Category: Press Releases, The Caribbean, Cuba
By: Scott Griffen, Press Freedom Adviser for Latin America and the Caribbean

Wave of journalist arrests in Cuba

Government continues arbitrary prosecutions of media

Cuban dissident blogger Yoani Sánchez works on her laptop at her home in Havana February 9, 2011. REUTERS/Desmond Boylan.

By: Scott Griffen, Press Freedom Adviser for Latin America and the Caribbean

VIENNA, Nov 12, 2012 – International Press Institute (IPI) World Press Freedom Hero Yoani Sánchez and prominent opposition journalist and attorney Yaremis Flores were among at least 27 Cuban dissidents arrested last week during what observers have called a new “wave of repression” on the Caribbean island.

Flores was among a group of independent lawyers detained by authorities last Wednesday. According to media reports, she has been charged with “disseminating false news” that harms the “international peace” or the “prestige” of the Cuban state, as established by Article 115 of the Cuban Penal Code.   If convicted, Flores could face up to four years in prison.

In addition to her legal work, Flores had written articles containing criticism of the communist regime, most recently relating to the official response to the destruction wrought by Hurricane Sandy, for CubaNet.  Laritza Diversent, a lawyer detained together with Flores, added that Flores had also recently been providing information on arbitrary arrests in Cuba to the UN High Commission for Human Rights, according to reports.

Sánchez and 16 other dissidents were taken into custody on Thursday while protesting the the arrests of Flores and others.  After being released approximately eight hours later, she took to Twitter, asking “When will this absurdity end?” and using the hashtag “#OlaRepresiva” (Wave of Repression).  In early October, Sánchez had been briefly detained while attempting to cover the trial of a Spanish activist accused of causing the death of a well-known dissident in a car crash. 

The arrests, which included that Antonio Rodiles, director of a local freedom of expression group, were widely condemned both in Cuba and internationally, with U.S. Rep. Ileana Ros-Lehtinen (R-Fla.) denouncing the arrests as the actions of “despots and tyrants.”

Reports said that Elizardo Sánchez Santa Cruz, spokesperson for the Cuban Commission on Human Rights and National Reconciliation, a local advocacy group, commented: “A wave of repressive has been noted in the capital. It has a spiral or domino-effect."

The Cuban government’s decision to charge Flores for distributing “false news” marks only the latest example of what critics say is the arbitrary use of legal provisions to silence independent journalism.

IPI today continued to demand the immediate release of Hablemos Press correspondent Calixto Ramón Martínez Arias, who was detained on Sept. 16 and whom authorities have charged with insulting Fidel and Ramón Castro under the Penal Code’s desacato or “contempt of authority” law (Article 144.1).  Martínez had written a series of articles covering the outbreaks of cholera and dengue fever on the island.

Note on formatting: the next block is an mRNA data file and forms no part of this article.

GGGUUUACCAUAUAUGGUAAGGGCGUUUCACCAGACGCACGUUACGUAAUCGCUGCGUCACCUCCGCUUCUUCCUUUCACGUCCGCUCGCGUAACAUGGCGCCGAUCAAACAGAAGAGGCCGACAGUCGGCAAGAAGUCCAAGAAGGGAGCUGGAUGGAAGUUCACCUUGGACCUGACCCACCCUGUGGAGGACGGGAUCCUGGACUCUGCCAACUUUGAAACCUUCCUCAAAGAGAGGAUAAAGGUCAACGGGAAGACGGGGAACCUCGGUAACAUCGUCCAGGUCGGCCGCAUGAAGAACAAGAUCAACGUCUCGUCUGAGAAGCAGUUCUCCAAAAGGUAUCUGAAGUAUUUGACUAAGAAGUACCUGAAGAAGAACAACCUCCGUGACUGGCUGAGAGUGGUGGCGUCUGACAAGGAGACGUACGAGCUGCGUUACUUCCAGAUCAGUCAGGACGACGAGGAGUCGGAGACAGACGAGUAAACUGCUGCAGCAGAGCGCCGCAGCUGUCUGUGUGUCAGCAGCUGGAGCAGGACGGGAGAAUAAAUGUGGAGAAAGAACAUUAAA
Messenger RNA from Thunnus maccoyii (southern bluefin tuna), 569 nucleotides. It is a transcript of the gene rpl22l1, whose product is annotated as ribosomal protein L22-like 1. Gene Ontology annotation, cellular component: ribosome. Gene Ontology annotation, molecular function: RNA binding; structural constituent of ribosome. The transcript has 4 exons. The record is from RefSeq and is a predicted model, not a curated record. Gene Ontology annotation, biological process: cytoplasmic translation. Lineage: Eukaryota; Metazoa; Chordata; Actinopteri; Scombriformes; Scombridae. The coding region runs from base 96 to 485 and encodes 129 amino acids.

Roberto Guerra, editor of Hablemos Press, told IPI that the government has provided no explanation for the charges, which he insisted were without merit.  IPI -- which has stated frequently that criminal defamation, insult, and desacato laws pose a serious threat to press freedom in the Caribbean -- welcomes Hablemos Press’s petition to free Martínez.   

Hablemos Press last week also reported the detention of another of its correspondents, Enyor Diaz Allen, whose reporting equipment was also seized by authorities during raid on his home.  Allen had also recently covered the outbreak of cholera and dengue fever in Cuba, as well as the imprisonment of opposition politicians.

IPI Press Freedom Manager Barbara Trionfi said today: “IPI strongly condemns last week’s mast arrests of Cuban dissidents, including journalists Yoani Sánchez and Yaremis Flores.  The incident demonstrates that, more than any other government in the Western Hemisphere, the Cuban regime continues to fear—and therefore oppress—independent reporting.”

Trionfi continued: “IPI demands that the Cuban government drop the arbitrary criminal charges against both Yaremis Flores and Calixto Martínez Arias, both of whom appear to have done nothing wrong but rather have attempted to inform the Cuban people about matters clearly within the public interest.”

In a letter sent last month, IPI urged Cuban President Raúl Castro to consider reforming the country’s defamation laws to bring them in line with international standards.  IPI is currently leading a campaign to repeal criminal defamation and insult laws across the Caribbean. 

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